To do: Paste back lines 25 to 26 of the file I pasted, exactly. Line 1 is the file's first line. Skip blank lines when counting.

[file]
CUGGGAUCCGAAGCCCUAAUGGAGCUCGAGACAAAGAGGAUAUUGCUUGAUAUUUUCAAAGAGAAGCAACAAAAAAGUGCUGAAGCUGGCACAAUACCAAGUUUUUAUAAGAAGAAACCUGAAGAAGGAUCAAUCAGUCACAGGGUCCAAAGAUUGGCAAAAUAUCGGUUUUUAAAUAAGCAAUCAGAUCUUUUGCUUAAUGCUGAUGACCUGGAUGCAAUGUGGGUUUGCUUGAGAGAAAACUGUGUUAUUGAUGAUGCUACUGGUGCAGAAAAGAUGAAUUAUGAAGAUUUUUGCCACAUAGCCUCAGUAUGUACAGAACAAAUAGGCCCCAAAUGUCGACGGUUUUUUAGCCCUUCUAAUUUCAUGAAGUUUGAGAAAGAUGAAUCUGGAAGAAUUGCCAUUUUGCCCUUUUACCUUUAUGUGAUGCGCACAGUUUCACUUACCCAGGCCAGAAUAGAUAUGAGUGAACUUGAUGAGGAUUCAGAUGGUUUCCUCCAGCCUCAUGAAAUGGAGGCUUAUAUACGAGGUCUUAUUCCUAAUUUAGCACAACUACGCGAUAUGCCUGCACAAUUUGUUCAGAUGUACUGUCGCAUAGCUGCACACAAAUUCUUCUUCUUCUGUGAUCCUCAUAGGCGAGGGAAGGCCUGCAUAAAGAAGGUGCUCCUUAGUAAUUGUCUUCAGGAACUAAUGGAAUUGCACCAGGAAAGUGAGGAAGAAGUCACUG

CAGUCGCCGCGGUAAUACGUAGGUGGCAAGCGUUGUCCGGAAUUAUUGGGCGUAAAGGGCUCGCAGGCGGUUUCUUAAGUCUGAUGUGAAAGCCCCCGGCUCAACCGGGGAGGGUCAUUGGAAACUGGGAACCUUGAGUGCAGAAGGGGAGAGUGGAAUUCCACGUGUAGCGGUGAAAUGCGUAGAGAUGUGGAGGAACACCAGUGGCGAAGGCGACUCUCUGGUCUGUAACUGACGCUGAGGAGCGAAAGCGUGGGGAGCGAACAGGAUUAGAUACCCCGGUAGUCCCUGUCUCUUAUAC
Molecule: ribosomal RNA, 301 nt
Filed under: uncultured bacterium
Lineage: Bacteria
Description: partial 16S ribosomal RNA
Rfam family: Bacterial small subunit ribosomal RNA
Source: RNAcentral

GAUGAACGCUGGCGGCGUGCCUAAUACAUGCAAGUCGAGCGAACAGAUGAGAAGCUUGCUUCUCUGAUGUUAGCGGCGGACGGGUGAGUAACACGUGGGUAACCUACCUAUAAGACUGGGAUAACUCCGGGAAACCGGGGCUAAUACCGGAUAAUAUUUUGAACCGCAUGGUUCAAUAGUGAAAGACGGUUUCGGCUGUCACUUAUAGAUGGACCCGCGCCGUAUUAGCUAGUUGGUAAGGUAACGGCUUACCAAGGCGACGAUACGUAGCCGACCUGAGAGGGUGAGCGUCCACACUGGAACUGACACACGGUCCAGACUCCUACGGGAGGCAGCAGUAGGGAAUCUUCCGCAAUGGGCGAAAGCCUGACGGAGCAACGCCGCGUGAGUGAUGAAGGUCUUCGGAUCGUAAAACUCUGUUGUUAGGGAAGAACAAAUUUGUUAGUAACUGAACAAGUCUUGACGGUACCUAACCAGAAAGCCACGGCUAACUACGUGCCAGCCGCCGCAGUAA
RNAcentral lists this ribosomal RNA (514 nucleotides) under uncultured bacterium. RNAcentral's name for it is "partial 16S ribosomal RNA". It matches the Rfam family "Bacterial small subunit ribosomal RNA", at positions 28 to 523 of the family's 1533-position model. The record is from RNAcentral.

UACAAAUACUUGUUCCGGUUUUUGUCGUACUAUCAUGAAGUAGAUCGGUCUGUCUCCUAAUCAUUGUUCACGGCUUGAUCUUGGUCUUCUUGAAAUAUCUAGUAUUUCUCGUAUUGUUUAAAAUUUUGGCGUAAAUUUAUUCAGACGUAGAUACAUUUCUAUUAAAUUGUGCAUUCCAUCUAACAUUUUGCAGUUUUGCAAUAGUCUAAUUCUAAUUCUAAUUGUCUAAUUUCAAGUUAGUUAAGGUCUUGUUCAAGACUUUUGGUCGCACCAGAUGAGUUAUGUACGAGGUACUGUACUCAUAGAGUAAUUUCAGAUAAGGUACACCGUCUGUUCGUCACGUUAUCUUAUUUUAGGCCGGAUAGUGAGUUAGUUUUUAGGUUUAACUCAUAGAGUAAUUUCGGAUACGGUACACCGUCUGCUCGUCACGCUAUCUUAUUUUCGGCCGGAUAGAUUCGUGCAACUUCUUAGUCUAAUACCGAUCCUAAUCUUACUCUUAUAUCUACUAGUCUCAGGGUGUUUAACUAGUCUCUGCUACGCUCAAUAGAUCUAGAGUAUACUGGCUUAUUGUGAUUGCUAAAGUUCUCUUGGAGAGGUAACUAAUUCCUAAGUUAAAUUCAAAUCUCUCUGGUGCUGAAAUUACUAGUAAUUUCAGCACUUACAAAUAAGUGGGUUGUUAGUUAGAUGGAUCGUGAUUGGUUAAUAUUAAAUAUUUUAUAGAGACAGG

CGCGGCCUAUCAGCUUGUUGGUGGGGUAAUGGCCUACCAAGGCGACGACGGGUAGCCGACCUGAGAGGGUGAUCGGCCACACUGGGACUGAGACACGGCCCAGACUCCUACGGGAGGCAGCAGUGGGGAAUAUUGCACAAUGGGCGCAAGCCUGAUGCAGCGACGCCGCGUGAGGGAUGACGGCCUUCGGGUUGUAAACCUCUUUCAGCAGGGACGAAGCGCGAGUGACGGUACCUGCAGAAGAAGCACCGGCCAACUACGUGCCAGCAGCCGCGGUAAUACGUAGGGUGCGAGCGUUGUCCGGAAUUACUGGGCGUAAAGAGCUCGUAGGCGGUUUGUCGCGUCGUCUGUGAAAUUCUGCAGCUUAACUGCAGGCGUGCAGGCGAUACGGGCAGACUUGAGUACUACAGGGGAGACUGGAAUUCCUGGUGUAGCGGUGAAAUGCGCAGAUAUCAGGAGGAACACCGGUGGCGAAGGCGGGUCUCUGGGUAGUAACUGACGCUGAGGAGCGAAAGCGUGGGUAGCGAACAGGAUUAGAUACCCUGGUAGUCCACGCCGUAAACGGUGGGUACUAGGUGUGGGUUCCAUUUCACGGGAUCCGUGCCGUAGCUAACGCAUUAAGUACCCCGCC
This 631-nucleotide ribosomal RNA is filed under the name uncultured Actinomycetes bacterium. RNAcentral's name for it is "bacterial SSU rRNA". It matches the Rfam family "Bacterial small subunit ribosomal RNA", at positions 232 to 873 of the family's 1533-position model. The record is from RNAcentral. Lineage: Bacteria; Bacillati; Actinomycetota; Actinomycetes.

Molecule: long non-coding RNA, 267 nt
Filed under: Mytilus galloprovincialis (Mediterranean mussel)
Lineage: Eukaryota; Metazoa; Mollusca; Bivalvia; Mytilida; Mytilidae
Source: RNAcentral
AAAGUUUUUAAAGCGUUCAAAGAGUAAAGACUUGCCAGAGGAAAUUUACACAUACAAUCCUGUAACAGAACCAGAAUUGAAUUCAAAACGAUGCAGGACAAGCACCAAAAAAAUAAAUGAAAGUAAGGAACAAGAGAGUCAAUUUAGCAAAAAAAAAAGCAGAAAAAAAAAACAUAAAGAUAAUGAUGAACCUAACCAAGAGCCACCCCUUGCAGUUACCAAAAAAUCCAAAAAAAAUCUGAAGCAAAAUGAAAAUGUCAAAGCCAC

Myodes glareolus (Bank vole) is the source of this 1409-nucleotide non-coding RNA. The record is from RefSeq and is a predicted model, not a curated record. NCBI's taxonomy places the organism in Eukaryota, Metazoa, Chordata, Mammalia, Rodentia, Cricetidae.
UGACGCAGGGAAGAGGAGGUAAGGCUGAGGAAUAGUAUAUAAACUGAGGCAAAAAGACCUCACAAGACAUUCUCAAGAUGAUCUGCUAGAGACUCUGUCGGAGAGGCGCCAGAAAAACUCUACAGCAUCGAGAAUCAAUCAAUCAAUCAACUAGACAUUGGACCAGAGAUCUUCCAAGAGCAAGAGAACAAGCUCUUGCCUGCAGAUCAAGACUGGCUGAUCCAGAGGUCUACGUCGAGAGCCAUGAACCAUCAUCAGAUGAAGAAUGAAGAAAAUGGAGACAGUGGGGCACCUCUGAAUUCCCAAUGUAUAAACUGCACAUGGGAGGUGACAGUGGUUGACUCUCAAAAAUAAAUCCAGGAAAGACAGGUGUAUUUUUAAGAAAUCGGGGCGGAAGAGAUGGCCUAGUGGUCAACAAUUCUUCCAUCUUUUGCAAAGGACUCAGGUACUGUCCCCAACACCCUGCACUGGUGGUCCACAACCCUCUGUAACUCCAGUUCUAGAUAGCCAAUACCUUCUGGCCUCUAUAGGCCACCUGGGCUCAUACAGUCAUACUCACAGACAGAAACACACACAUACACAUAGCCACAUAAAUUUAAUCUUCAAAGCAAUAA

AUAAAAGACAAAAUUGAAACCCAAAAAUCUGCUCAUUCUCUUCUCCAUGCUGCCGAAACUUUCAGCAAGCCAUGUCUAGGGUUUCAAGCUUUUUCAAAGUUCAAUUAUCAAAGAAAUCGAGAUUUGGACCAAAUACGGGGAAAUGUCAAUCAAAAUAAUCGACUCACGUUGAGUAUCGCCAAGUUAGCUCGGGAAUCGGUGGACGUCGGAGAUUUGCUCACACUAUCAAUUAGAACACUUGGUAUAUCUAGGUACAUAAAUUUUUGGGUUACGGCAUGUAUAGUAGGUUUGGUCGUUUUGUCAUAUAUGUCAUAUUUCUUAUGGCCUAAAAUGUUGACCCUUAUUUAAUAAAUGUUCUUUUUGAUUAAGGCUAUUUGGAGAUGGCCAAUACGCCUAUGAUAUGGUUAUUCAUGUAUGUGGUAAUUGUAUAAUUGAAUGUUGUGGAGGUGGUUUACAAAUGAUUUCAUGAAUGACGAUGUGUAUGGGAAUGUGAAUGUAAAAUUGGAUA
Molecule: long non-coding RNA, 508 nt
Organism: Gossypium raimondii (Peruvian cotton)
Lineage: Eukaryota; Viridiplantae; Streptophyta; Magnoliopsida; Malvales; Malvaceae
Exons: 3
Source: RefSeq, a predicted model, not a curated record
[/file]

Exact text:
Exons: 3
Source: RefSeq, a predicted model, not a curated record